CMSC 435/634: Introduction to Computer Graphics

Assignment 5
Viewing Pipeline
Due November 4, 2002

The Assignment

For this assignment, you will be modifying your last assignment to drive an amphibious vehicle on and around your island. You will replace the former parallel projection with a perspective projection from the point of view of the vehicle. You will replace the mouse motion handler with a new one that maps horizontal mouse motion to turning left and right and vertical mouse motion to moving the vehicle forward and backward in the direction it is currently pointing. For a given x,z position of the vehicle, you will determine its y position as a fixed distance above the island or sea at that point. Finally, you will tilt the view to align with the surface at that point. All aspects of the vehicle's view should be done on the OpenGL projection matrix stack (glMatrixMode(GL_PROJECTION)). This could be done in the mouse motion handler, but the extra credit will be easier if you set view parameters in the mouse motion handler and create the projection matrix in your draw function.

If your assignment 4 did not work, you can get a working sample version from me or Dr. Rheingans after you have turned in your final version of assignment 4. However, I would encourage you to start from your own assignment 4 code if at all possible.

You may find the following OpenGL calls helpful to complete the assignment:


Plan ahead first. Know how you're going to find the position, height, and orientation of the view. Don't forget to account for cases when the vehicle is outside of the x/z region covered by the island or when the island surface dips below sea level (in both cases, you should float above the water surface). Once you have a plan, implement in stages. For example, you might get perspective viewing working first, then add the steering, then movement, then find the right height for your position, and finally tip the view to align with the island slope.

Extra credit (for everyone)

Add some fun additional animated vehicle motion. Some possibilities are bobbing up and down when on water, smoothly changing view orientation over several frames as you move from triangle to triangle rather than abruptly snapping from one orientation to another, or making the vehichle slide down in the direction of steepest descent if it drives onto an area with slope steeper than (say) 30 degrees. You're welcome to come up with other ideas too -- be creative.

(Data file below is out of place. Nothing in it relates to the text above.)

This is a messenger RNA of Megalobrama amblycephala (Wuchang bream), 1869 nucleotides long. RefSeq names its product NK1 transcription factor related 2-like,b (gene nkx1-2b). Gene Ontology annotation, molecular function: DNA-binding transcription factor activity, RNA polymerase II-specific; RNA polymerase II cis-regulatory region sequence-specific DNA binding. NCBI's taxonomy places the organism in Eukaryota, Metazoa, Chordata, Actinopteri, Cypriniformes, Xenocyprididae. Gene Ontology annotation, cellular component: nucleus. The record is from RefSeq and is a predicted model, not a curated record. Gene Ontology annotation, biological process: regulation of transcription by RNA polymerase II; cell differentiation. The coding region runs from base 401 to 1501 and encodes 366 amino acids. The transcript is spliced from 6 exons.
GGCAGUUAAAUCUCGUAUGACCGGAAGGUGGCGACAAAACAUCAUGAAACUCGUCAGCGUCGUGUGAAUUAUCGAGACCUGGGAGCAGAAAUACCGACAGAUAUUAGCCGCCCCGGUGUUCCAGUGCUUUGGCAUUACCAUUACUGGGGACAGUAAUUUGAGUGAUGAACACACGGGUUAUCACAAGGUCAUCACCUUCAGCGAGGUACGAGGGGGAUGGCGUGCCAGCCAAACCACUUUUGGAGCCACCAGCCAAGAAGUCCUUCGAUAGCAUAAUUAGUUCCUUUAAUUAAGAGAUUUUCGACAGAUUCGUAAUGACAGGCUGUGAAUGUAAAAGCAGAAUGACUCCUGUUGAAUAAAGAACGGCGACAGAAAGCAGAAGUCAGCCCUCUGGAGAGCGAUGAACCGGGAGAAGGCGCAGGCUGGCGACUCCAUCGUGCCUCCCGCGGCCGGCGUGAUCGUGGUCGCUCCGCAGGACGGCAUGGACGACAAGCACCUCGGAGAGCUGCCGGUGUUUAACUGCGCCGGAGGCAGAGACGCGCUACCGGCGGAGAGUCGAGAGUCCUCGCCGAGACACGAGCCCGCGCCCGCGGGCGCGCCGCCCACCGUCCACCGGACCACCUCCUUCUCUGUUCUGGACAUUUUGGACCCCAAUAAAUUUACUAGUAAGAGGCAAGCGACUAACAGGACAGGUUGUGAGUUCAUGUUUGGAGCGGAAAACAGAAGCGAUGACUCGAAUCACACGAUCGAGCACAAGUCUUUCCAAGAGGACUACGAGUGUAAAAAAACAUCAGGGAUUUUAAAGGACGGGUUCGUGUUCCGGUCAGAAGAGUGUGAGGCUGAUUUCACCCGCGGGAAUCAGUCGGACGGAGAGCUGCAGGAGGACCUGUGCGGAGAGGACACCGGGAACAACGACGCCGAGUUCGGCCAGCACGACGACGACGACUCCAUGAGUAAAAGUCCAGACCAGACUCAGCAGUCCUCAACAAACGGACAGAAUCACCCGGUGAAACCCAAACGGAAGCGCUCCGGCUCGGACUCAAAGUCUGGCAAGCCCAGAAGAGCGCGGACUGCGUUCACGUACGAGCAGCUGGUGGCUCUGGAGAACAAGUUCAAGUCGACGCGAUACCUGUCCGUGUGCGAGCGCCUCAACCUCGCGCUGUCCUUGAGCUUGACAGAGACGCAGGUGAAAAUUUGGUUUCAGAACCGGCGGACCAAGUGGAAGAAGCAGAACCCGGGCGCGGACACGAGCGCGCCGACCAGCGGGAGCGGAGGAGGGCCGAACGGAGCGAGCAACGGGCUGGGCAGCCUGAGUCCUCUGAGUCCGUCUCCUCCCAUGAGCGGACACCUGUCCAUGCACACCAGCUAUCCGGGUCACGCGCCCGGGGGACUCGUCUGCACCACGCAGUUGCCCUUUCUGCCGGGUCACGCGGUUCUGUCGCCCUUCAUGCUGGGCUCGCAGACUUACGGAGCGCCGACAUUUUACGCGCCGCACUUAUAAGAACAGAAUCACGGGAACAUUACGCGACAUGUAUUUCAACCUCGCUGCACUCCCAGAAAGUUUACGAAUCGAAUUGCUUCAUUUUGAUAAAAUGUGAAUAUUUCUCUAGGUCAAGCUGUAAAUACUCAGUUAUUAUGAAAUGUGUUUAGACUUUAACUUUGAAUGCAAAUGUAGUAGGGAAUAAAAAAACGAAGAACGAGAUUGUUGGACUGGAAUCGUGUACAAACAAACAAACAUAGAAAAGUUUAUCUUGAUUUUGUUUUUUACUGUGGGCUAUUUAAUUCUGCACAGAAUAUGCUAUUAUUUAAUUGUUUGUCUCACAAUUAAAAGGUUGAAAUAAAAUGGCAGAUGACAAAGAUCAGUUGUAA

You animate motion by making changes incrementally over several frames. Normally, GLUT only calls your draw function if something changes. However, if you call glutPostRedisplayinside your draw function, it will cause GLUT to call your draw function again for a new frame as soon as the current frame is complete. For example, to smoothly change view orientation, you might have a current orientation and target orientation. If these don't match, make a change limited to (say) no more than 10 degrees per frame. Draw with the changed value, but if the current and target orientations are still not the same, call glutPostRedisplay to take another step next frame.

635 required / 435 extra credit

Do all of the matrix manipulations yourself, using only one glLoadMatrix to set the final result. I would recommend getting the base project working using the OpenGL matrix functions, then replace them incrementally. You will get more credit for a working program that makes partial use of glLoadMatrix or glMultMatrix than a completely non-working program that uses only glLoadMatrix. As extra credit, this is worth a maximum of 5 points (yes, I know it's not very many points, but it's not very hard -- look at the man pages for the OpenGL transformation functions).

What to turn in

Turn in this assignment electronically as 'cs435 Proj5' (or after the due date as Proj5late) using the submit mechanism:
    submit cs435 Proj5 [files...]
The usual assignment boilerplate still applies -- submit all files you've created or modified; we must be able to build and run on the GL systems to grade, if you develop elsewhere leave sufficient time to port back; comments are your friend and ours, they're a good idea and they can improve your grade. In either case, you should all files that you created or modified.


As a reminder, the irix machines include all of the OpenGL man pages (you don't have to be sitting at one, you can just 'ssh'). Just try 'man glFrustum', etc. to find out more about any function used in the assignment that sparks your curiosity. Also, the OpenGL 1.1 Programmers Guide (the "OpenGL red book") is available online, and is a good reference